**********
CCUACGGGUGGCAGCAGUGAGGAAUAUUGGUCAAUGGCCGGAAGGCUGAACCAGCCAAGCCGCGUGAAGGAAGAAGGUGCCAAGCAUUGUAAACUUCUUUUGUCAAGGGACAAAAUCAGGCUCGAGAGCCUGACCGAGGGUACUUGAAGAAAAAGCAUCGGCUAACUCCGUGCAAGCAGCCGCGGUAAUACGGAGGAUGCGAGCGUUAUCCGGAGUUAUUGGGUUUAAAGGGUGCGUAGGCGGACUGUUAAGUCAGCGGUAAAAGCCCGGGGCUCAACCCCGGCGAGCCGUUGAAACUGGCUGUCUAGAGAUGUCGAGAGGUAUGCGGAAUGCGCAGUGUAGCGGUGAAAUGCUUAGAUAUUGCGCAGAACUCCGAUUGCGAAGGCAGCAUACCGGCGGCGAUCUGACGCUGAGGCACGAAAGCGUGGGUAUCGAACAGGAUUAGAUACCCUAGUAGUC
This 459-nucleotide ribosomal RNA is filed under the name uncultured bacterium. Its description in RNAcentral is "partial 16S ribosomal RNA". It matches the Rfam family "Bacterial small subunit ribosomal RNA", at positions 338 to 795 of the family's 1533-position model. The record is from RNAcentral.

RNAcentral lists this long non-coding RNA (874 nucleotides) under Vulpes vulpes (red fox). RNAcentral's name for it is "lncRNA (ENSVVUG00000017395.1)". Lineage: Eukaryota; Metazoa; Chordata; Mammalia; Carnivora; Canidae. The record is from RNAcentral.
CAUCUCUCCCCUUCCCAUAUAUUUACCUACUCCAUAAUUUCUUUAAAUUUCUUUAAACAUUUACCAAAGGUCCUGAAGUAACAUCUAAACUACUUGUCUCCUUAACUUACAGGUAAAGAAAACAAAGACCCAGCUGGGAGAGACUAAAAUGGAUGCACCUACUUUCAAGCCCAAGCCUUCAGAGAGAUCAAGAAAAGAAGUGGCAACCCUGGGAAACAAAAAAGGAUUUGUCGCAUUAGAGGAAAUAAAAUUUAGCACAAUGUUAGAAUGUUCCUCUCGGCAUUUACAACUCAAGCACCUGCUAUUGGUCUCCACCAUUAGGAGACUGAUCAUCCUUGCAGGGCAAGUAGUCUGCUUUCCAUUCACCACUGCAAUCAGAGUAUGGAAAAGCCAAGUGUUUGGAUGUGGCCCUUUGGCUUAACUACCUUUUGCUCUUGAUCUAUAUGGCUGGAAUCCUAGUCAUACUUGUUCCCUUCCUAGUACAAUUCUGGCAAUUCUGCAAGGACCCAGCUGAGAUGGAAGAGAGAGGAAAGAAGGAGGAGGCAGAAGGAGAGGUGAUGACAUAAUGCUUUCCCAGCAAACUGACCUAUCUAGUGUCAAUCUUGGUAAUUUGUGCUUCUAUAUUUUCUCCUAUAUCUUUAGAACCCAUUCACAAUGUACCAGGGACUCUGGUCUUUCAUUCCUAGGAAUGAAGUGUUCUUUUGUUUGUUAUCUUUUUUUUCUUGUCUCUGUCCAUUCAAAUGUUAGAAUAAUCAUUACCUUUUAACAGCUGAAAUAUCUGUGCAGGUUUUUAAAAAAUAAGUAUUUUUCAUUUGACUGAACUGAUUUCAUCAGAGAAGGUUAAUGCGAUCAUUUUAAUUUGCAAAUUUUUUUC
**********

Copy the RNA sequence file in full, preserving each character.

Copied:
CCUACGGGUGGCAGCAGUGAGGAAUAUUGGUCAAUGGCCGGAAGGCUGAACCAGCCAAGCCGCGUGAAGGAAGAAGGUGCCAAGCAUUGUAAACUUCUUUUGUCAAGGGACAAAAUCAGGCUCGAGAGCCUGACCGAGGGUACUUGAAGAAAAAGCAUCGGCUAACUCCGUGCAAGCAGCCGCGGUAAUACGGAGGAUGCGAGCGUUAUCCGGAGUUAUUGGGUUUAAAGGGUGCGUAGGCGGACUGUUAAGUCAGCGGUAAAAGCCCGGGGCUCAACCCCGGCGAGCCGUUGAAACUGGCUGUCUAGAGAUGUCGAGAGGUAUGCGGAAUGCGCAGUGUAGCGGUGAAAUGCUUAGAUAUUGCGCAGAACUCCGAUUGCGAAGGCAGCAUACCGGCGGCGAUCUGACGCUGAGGCACGAAAGCGUGGGUAUCGAACAGGAUUAGAUACCCUAGUAGUC
This 459-nucleotide ribosomal RNA is filed under the name uncultured bacterium. Its description in RNAcentral is "partial 16S ribosomal RNA". It matches the Rfam family "Bacterial small subunit ribosomal RNA", at positions 338 to 795 of the family's 1533-position model. The record is from RNAcentral.

RNAcentral lists this long non-coding RNA (874 nucleotides) under Vulpes vulpes (red fox). RNAcentral's name for it is "lncRNA (ENSVVUG00000017395.1)". Lineage: Eukaryota; Metazoa; Chordata; Mammalia; Carnivora; Canidae. The record is from RNAcentral.
CAUCUCUCCCCUUCCCAUAUAUUUACCUACUCCAUAAUUUCUUUAAAUUUCUUUAAACAUUUACCAAAGGUCCUGAAGUAACAUCUAAACUACUUGUCUCCUUAACUUACAGGUAAAGAAAACAAAGACCCAGCUGGGAGAGACUAAAAUGGAUGCACCUACUUUCAAGCCCAAGCCUUCAGAGAGAUCAAGAAAAGAAGUGGCAACCCUGGGAAACAAAAAAGGAUUUGUCGCAUUAGAGGAAAUAAAAUUUAGCACAAUGUUAGAAUGUUCCUCUCGGCAUUUACAACUCAAGCACCUGCUAUUGGUCUCCACCAUUAGGAGACUGAUCAUCCUUGCAGGGCAAGUAGUCUGCUUUCCAUUCACCACUGCAAUCAGAGUAUGGAAAAGCCAAGUGUUUGGAUGUGGCCCUUUGGCUUAACUACCUUUUGCUCUUGAUCUAUAUGGCUGGAAUCCUAGUCAUACUUGUUCCCUUCCUAGUACAAUUCUGGCAAUUCUGCAAGGACCCAGCUGAGAUGGAAGAGAGAGGAAAGAAGGAGGAGGCAGAAGGAGAGGUGAUGACAUAAUGCUUUCCCAGCAAACUGACCUAUCUAGUGUCAAUCUUGGUAAUUUGUGCUUCUAUAUUUUCUCCUAUAUCUUUAGAACCCAUUCACAAUGUACCAGGGACUCUGGUCUUUCAUUCCUAGGAAUGAAGUGUUCUUUUGUUUGUUAUCUUUUUUUUCUUGUCUCUGUCCAUUCAAAUGUUAGAAUAAUCAUUACCUUUUAACAGCUGAAAUAUCUGUGCAGGUUUUUAAAAAAUAAGUAUUUUUCAUUUGACUGAACUGAUUUCAUCAGAGAAGGUUAAUGCGAUCAUUUUAAUUUGCAAAUUUUUUUC